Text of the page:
By Sid Perkins
In the dry scrub forests of northeastern Brazil, termites have been hard at work for thousands of years—and the millions of mounds they’ve created in a Michigan-size swath of terrain are grand testaments to those efforts.
The species responsible for the mounds (pictured), which measure 2 meters to 4 meters high and up to 9 meters across, is Syntermes dirus. Those heaps aren’t homes for the insects, as mounds built by other termite species can be. Nor are they part of a ventilation system, because the mounds are sealed off and aren’t open to the air. Instead, researchers suggest, the structures are merely waste material brought to the surface by the termites as they carve out the extensive networks of underground tunnels they live in.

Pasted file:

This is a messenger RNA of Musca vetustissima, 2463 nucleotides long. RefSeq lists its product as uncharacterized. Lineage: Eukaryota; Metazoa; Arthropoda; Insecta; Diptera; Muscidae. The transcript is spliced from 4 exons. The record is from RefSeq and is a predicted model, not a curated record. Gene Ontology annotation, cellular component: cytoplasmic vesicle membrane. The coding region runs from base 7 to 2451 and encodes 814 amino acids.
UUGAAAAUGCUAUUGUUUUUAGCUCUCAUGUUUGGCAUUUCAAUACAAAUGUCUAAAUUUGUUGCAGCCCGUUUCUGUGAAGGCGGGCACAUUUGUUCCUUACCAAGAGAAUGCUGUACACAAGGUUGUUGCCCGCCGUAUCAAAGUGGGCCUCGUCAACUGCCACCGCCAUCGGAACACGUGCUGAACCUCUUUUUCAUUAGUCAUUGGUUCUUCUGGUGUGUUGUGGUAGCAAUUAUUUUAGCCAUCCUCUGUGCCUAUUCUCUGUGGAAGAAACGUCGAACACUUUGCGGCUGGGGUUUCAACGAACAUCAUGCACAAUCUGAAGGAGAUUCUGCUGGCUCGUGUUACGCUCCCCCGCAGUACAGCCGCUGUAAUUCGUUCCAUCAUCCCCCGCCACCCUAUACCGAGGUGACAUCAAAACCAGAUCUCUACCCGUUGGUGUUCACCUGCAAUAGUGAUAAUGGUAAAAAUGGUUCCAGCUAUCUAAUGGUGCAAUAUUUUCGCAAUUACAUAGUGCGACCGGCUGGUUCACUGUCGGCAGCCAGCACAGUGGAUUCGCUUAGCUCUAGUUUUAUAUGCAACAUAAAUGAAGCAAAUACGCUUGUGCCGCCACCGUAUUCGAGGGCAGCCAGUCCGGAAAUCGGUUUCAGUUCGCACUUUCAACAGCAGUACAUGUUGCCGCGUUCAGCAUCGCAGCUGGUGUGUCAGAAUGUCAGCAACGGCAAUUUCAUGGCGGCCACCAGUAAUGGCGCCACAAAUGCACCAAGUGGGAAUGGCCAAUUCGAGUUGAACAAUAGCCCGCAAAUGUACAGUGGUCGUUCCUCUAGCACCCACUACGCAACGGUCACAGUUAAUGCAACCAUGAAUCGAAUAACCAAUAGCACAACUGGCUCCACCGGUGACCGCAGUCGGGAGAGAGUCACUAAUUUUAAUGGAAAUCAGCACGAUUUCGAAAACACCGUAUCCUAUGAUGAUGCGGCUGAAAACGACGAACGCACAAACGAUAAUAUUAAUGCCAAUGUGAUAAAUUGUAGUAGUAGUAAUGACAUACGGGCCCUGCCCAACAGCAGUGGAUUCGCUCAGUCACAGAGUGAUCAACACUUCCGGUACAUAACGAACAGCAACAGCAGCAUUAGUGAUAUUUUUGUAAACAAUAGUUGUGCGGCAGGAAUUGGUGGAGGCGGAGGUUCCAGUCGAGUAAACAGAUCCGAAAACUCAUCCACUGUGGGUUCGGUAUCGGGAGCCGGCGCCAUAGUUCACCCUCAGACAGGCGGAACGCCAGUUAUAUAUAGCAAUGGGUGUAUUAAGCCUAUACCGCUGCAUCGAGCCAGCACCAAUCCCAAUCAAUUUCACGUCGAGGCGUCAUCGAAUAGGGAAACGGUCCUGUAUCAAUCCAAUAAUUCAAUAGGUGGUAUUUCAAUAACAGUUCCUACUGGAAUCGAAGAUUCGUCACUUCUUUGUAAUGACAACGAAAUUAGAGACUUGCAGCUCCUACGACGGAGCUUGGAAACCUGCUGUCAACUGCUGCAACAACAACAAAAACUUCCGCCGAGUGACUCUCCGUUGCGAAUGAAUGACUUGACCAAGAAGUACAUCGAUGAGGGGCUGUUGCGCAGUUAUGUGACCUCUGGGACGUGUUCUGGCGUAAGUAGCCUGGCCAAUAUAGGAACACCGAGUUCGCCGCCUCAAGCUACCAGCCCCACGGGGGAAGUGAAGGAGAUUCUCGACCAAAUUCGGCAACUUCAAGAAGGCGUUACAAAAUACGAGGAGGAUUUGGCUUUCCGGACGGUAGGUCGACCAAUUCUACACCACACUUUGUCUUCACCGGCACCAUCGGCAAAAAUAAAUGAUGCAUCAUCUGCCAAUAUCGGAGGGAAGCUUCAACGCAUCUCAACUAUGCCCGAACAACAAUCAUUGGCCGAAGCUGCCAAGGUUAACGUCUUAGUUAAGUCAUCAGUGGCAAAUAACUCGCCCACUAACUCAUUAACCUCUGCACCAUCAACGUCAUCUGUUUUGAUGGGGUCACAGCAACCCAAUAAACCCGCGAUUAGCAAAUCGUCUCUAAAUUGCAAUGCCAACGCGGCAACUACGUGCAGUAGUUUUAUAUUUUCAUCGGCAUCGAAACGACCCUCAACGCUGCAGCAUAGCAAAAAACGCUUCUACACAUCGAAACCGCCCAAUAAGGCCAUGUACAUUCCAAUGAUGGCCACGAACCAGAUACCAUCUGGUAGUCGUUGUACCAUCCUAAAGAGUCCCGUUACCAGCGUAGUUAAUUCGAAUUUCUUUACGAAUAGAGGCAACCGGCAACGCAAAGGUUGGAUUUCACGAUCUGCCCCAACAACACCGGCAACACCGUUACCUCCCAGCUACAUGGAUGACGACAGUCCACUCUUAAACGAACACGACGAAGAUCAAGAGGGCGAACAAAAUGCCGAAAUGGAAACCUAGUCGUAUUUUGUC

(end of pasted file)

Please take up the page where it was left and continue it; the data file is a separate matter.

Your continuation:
Eleven mounds the researchers sampled range from 690 years to 3820 years in age. Together, the millions of Brazilian termite mounds contain an estimated 10 cubic kilometers of soil, the team reports today in Current Biology. That volume, equal to about 4000 Great Pyramids of Giza, renders the structures the largest known example of ecosystem engineering by a single insect species, the scientists say.